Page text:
What are the symptoms of photosensitivity?
Symptoms of photosensitivity may include a pink or red skin rash with blotchy blisters, scaly patches, or raised spots on areas directly exposed to the sun. Itching and burning may occur and the rash may last for several days. In some people, the reaction to sunlight gradually becomes less with subsequent exposures.
What does a photosensitivity rash look like?
Polymorphous light eruption, also known as polymorphic light eruption, is a rash caused by sun exposure in people who have developed sensitivity to sunlight. The rash usually appears as red, tiny bumps or slightly raised patches of skin.
What causes photosensitivity dermatitis?
Photosensitivity dermatitis is the name given to an eczematous eruption arising in response to exposure to electromagnetic radiation. It is most commonly provoked by exposure to sunlight. The reaction may relate to UVB, UVA and/or visible light. It arises in all skin types.
What causes photosensitivity?
Examples of photoaggravated diseases include lupus erythematosus, erythema multiforme, atopic eczema, psoriasis, viral exanthemata, pemphigus, dermatitis herpetiformis and rosacea. Drugs and chemicals may interact with UV to induce photosensitivity.
What does Photodermatitis look like?
Signs of photodermatitis include: Itchy bumps, blisters, or raised areas. Lesions that resemble eczema. Hyperpigmentation (dark patches on your skin)
Does photosensitivity go away?
The eruption usually goes away within several days to weeks. Typically, people with this condition who continue to go out in the sun gradually become less sensitive to the effects of sunlight (a process known as hardening).
How long does a photosensitive rash last?
An itchy or burning rash appears within hours, or up to 2 to 3 days after exposure to sunlight. It lasts for up to 2 weeks, healing without scarring. The rash usually appears on the parts of the skin exposed to sunlight, typically the head, neck, chest and arms.
How do you stop photosensitivity?
The best way to prevent symptoms of photosensitivity is to limit the amount of time you spend in the sun. People who are photosensitive should always use sunscreen when outside. Covering and protecting your skin may also help prevent a reaction.
What do lesions look like?
Skin lesions are areas of skin that look different from the surrounding area. They are often bumps or patches, and many issues can cause them. The American Society for Dermatologic Surgery describe a skin lesion as an abnormal lump, bump, ulcer, sore, or colored area of the skin.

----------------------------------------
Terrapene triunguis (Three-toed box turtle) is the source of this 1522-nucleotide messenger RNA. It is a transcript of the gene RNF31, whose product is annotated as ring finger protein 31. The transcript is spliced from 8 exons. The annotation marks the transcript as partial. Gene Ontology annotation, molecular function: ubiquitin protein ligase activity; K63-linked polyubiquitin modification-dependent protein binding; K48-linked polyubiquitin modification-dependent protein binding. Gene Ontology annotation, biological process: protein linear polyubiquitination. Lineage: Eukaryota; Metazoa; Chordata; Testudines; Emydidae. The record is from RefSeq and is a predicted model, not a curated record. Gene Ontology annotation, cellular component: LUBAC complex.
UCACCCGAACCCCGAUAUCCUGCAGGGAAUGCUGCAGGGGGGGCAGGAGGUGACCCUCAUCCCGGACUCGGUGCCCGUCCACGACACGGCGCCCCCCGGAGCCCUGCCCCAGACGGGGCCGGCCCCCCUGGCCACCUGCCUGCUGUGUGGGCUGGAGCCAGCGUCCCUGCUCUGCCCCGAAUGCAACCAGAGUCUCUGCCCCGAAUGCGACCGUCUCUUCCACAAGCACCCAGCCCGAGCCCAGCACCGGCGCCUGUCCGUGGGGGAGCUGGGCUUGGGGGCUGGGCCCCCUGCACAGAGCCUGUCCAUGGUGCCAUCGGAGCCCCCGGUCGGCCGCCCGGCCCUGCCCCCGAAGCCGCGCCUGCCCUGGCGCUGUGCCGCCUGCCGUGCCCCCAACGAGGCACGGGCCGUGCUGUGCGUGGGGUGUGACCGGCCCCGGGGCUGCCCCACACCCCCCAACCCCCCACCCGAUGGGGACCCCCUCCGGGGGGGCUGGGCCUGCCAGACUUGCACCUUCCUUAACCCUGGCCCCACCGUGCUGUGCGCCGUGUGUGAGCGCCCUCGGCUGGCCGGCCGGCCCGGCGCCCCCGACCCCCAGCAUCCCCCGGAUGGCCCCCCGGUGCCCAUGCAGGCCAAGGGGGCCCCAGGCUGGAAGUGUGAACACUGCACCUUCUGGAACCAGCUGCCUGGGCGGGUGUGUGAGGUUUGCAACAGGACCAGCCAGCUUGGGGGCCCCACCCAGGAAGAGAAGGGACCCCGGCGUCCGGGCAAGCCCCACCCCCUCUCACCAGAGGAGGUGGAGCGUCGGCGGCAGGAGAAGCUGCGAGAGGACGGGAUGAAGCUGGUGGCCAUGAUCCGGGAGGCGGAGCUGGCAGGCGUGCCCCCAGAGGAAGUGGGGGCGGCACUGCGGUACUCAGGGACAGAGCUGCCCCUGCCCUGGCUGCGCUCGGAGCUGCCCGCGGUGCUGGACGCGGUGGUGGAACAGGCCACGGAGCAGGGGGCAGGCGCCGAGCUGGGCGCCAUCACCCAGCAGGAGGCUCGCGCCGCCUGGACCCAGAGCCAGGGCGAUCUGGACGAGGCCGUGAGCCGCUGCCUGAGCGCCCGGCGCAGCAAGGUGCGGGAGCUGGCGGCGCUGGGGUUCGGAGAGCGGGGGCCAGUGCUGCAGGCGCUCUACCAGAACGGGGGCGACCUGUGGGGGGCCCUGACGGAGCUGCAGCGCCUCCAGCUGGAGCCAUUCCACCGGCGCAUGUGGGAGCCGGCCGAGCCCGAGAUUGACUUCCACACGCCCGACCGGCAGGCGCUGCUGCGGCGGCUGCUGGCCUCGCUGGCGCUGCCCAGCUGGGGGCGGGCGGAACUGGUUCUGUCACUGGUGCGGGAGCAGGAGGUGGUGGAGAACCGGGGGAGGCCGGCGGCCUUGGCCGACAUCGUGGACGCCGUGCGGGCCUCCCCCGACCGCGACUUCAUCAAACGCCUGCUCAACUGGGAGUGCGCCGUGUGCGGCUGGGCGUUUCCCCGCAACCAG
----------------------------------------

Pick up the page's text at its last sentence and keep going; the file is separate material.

How do you treat photosensitive dermatitis?
The main form of treatment for photosensitive dermatitis will typically include prevention methods, such as using sun protection, avoiding contact with any known allergens, and stopping any photosensitizing drugs if possible.
Why am I suddenly sensitive to the sun?
The most common form of sun allergy is polymorphic light eruption, also known as sun poisoning. Some people have a hereditary type of sun allergy. Others develop signs and symptoms only when triggered by another factor — such as a medication or skin exposure to plants such as wild parsnip or limes.
How do I know if my rash is fungal or bacterial?
Skin infections caused by viruses usually result in red welts or blisters that can be itchy and/or painful. Meanwhile, fungal infections usually present with a red, scaly and itchy rash with occasional pustules.
What drugs can cause photosensitivity?
Drugs that have been implicated in causing photosensitive eruptions are reviewed. Tetracycline, doxycycline, nalidixic acid, voriconazole, amiodarone, hydrochlorothiazide, naproxen, piroxicam, chlorpromazine and thioridazine are among the most commonly implicated medications.
What deficiency causes sun sensitivity?
If you do not get enough of some nutrients, your skin can become sensitive to sunlight. Pellagra, for example, is caused by a niacin deficiency and leads to photosensitivity. Other nutrients, particularly antioxidants and flavonoids, may help protect skin against sun damage in healthy people.